Not Impossible – July 14, 2023

Jesus said to them, “Only in his hometown, among his relatives and in his own house is a prophet without honor.” He could not do any miracles there, except lay his hands on a few sick people and heal them. And he was amazed at their lack of faith.
Mark 6:4-6

Military Devotion – July 14, 2023

Devotion based on Mark 6:4-6

See series: Military Devotions

He was the hometown boy who did good. He left to make a name for himself and now he was back with his family and the people he had grown up with.

He was Jesus, son of Joesph and Mary, the boy who had learned carpentry from his dad, who now had returned as a rabbi to preach in the synagogue he had worshiped in as a youth. It started well. We hear, “All spoke well of him and were amazed at the gracious words that came from his lips” (Luke 4:22).

But then feelings changed when Jesus quoted from Isaiah 61, which prophesied the coming of the Messiah. Luke records the dramatic scene, “Then he rolled up the scroll, gave it back to the attendant and sat down. The eyes of everyone in the synagogue were fastened on him, and he began by saying to them, ‘Today this scripture is fulfilled in your hearing’” (Luke 4:20,21).

The worshipers were shocked. This, they felt, was blasphemy! “‘Where did this man get these things?’ they asked. ‘What’s this wisdom that has been given him, that he even does miracles! Isn’t this the carpenter? Isn’t this Mary’s son and the brother of James, Joseph, Judas and Simon? Aren’t his sisters here with us?’ And they took offense at him.”

Jesus responded, “Only in his hometown, among his relatives and in his own house is a prophet without honor.”

As our human brother, Jesus was not without feelings. This must have hurt him. But it was just one instance of the rejection he faced from those who thought they knew him best. A little earlier, after word had spread that he had appointed twelve disciples, those close to him were greatly concerned. They tried to take control of him. They said, “He is out of his mind” (Mark 3:21).

We aren’t told Mary’s reaction. We trust she remembered the words of the angel who announced his coming birth. Joseph had no doubt told her what the angel said to him. At the wedding in Cana, she showed she expected special things from her son. Maybe she continued to ponder all this in her heart as she did when he was the 12-year-old boy in the temple.

His brothers and sisters did not. They took offense at him. Later, some of his family did come to believe in him. But this was only after his resurrection.

And the rest of the hometown people? Their accusation of blasphemy would remain until his execution on Golgotha. But if it had been up to them, he would have been killed right then and right there at the edge of Nazareth.

The words of Mark that make us sit up and take notice are, “He could not do any miracles there, except…”

This meant his gracious works for these people were, then and there, impossible.

How can that be? This is the Son of God. With God all things are possible. Why was it impossible for Jesus to work miracles wherever he wished? Were his powers limited after all?

Absolutely not!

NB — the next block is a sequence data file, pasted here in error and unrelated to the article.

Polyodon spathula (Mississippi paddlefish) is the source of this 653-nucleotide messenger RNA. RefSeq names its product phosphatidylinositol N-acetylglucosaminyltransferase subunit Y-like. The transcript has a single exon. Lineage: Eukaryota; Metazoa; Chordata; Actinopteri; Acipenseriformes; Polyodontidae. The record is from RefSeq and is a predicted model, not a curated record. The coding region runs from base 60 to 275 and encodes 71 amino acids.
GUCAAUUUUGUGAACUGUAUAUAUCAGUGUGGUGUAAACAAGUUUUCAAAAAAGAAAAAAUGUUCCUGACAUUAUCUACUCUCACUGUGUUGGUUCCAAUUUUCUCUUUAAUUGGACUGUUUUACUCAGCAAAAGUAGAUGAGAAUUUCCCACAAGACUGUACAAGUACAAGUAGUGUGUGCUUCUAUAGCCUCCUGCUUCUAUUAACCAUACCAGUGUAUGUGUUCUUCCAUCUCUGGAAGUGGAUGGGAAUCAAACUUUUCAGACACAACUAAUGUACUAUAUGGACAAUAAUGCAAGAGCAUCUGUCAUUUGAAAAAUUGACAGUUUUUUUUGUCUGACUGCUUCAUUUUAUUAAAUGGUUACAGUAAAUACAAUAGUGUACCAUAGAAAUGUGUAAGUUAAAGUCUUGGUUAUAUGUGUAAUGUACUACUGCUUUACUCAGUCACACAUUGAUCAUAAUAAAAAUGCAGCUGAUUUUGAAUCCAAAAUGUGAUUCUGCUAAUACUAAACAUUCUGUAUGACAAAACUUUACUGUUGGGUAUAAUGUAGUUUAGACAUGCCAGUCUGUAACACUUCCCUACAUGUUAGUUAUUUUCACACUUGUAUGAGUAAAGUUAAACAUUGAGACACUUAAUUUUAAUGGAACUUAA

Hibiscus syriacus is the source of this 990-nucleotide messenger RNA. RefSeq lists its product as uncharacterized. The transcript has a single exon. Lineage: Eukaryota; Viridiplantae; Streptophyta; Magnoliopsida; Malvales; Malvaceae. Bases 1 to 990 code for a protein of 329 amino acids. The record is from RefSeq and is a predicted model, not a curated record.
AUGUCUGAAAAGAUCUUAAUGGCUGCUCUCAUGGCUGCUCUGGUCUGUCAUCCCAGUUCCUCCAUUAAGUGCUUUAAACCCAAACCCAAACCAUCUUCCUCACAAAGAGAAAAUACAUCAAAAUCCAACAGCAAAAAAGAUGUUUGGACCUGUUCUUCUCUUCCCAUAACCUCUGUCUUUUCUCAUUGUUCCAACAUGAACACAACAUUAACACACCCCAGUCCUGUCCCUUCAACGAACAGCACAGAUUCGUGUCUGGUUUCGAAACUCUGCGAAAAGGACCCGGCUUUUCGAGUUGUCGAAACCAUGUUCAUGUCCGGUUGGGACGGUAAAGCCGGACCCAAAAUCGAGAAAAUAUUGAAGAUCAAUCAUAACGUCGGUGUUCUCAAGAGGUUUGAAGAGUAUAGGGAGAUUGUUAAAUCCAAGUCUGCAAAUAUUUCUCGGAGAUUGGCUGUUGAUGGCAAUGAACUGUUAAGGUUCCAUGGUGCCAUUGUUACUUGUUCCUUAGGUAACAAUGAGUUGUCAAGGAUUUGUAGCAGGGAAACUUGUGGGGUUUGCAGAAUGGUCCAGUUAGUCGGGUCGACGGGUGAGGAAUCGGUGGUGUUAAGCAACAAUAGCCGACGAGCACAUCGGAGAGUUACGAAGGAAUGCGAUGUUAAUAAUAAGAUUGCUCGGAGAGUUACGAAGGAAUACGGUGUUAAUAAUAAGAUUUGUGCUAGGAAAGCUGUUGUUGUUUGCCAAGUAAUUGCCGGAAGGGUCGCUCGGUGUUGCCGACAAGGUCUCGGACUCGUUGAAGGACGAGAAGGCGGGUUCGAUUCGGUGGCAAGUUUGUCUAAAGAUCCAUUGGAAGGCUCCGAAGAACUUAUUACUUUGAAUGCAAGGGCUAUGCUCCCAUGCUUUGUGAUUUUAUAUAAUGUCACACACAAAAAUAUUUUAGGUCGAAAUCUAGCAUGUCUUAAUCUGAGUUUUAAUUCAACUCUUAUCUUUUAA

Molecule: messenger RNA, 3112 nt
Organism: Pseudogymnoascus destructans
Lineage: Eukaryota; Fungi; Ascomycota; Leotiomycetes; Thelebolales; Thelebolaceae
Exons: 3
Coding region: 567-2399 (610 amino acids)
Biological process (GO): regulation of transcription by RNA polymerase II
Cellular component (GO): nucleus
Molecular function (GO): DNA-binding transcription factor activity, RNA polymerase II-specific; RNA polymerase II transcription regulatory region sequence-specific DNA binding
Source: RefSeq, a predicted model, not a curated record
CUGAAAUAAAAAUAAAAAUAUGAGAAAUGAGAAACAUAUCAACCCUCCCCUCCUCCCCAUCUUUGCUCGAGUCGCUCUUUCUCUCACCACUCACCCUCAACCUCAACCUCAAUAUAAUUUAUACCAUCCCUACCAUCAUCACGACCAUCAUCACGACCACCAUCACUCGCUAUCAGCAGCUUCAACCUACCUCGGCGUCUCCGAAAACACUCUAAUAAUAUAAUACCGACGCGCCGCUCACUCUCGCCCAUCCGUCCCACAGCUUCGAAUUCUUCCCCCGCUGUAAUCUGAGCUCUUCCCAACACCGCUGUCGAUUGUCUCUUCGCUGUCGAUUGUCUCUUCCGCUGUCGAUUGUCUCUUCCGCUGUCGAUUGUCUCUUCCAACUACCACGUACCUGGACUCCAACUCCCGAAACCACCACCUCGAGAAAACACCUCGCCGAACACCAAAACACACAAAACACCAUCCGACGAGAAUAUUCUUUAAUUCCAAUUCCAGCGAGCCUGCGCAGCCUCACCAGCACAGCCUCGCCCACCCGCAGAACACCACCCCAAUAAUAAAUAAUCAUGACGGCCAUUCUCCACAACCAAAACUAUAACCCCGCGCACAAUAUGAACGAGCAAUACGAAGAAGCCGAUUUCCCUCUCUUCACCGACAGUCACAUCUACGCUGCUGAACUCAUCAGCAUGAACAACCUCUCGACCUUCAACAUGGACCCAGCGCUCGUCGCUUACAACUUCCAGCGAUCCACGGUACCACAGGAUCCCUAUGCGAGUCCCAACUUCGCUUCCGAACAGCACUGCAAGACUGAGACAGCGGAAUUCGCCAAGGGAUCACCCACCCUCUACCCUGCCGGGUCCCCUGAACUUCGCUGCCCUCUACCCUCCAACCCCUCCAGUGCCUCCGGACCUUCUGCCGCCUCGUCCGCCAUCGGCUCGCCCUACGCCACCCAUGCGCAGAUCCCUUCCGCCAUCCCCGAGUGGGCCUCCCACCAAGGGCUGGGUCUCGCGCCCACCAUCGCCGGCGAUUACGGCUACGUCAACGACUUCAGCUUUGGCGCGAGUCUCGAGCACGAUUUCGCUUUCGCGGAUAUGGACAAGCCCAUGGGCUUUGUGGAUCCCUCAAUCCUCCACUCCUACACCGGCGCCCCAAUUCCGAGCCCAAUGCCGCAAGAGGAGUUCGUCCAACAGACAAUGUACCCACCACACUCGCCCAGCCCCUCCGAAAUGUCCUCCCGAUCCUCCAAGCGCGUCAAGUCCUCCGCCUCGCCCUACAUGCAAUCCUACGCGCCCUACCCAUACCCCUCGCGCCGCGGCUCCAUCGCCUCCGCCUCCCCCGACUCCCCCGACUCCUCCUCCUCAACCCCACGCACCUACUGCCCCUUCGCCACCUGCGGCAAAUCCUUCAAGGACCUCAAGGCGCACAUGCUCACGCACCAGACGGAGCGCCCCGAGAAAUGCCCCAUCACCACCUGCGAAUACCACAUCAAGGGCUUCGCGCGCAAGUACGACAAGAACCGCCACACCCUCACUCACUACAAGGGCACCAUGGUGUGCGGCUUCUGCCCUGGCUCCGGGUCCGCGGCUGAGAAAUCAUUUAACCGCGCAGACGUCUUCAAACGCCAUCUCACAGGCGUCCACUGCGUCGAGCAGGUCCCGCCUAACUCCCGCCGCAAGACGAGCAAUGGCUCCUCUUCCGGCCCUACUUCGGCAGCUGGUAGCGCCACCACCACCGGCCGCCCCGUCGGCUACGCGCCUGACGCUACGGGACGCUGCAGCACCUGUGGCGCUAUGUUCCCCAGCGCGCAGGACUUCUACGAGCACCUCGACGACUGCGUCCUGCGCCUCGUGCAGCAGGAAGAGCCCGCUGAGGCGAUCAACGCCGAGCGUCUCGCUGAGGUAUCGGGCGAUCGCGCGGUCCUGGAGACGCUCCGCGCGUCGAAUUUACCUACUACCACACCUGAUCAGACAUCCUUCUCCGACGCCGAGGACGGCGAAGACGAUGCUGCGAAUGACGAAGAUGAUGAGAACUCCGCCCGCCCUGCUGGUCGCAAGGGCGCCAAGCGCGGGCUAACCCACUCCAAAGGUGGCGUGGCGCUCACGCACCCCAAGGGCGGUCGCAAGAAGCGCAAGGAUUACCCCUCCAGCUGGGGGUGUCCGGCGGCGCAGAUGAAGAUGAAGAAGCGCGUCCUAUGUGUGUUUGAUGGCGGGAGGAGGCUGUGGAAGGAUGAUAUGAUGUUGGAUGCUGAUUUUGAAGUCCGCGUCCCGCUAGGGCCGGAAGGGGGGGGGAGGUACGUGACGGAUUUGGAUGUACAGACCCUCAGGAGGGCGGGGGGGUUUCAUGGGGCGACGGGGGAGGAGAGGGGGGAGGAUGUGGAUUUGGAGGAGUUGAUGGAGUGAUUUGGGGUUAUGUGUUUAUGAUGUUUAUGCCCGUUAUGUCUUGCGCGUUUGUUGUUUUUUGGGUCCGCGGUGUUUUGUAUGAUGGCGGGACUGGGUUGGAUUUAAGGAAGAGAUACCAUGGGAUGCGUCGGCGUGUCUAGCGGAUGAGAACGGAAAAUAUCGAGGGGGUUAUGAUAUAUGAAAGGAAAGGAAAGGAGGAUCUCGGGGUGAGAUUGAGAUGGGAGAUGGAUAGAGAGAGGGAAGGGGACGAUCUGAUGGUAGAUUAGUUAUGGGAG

It’s Luke who tells us about the furious reaction to the claim of Jesus that he was the Messiah. Of the people of Nazareth he reports, “They got up, drove him out of the town, and took him to the brow of the hill on which the town was built, in order to throw him down the cliff. But he walked right through the crowd and went on his way” (Luke 4:28,29).

Jesus could not work miracles in his hometown because they drove him out.

That dreadful power remains with humans today. The Lord God will not force us to accept his forgiveness and salvation. We can drive the Savior out of our lives. We can keep him out.

But then we are left to live without him. We are left to die without him. Then, we will spend a timeless and torturous existence without him.

The time of hope and grace has already passed for those residents of Nazareth. They had their chance to lay hold of the golden crown of salvation and embrace Jesus in faith. We pray many did. We hope at least some did.

The sun has set on their day of opportunity. It yet shines for us. The voice of the Holy Spirit still comes to us with the words, “But encourage one another daily, as long as it is called Today,” and again, “Today, if you hear his voice, do not harden your hearts” (Hebrews 3:13,15).

We still have work to do. Jesus said, “As long as it is day, we must do the work of him who sent me. Night is coming, when no one can work” (John 9:4). So it is with us.

Unlike it was for Jesus on that day in Nazareth, our work is not yet impossible.

Lord Jesus, it hurts us to hear of the rejection that you faced from people who were close to you. We are glad to see that you did not immediately call down judgment upon Nazareth as you once did upon Sodom. That shows mercy for those who did not deserve it. It is this mercy that has called us to saving faith and keeps us in it. Enable us to share this faith while we still have the chance. Amen.

Points to ponder:

  • The saying is, “Familiarity breeds contempt.” Was that the problem in Nazareth?
  • Why would rejection by family and friends hurt more than rejection by strangers?
  • What are the signs that the sun is setting on the hope of salvation in our nation?

Written and recorded by Rev. Paul Horn, WELS National Civilian Chaplain to the Military, San Diego, California.

All Scripture quotations, unless otherwise indicated, are taken from the Holy Bible, New International Version®, NIV®. Copyright ©1973, 1978, 1984, 2011 by Biblica, Inc.™ Used by permission of Zondervan. All rights reserved worldwide. Note: Scripture reading footnotes are clickable only in the web version.

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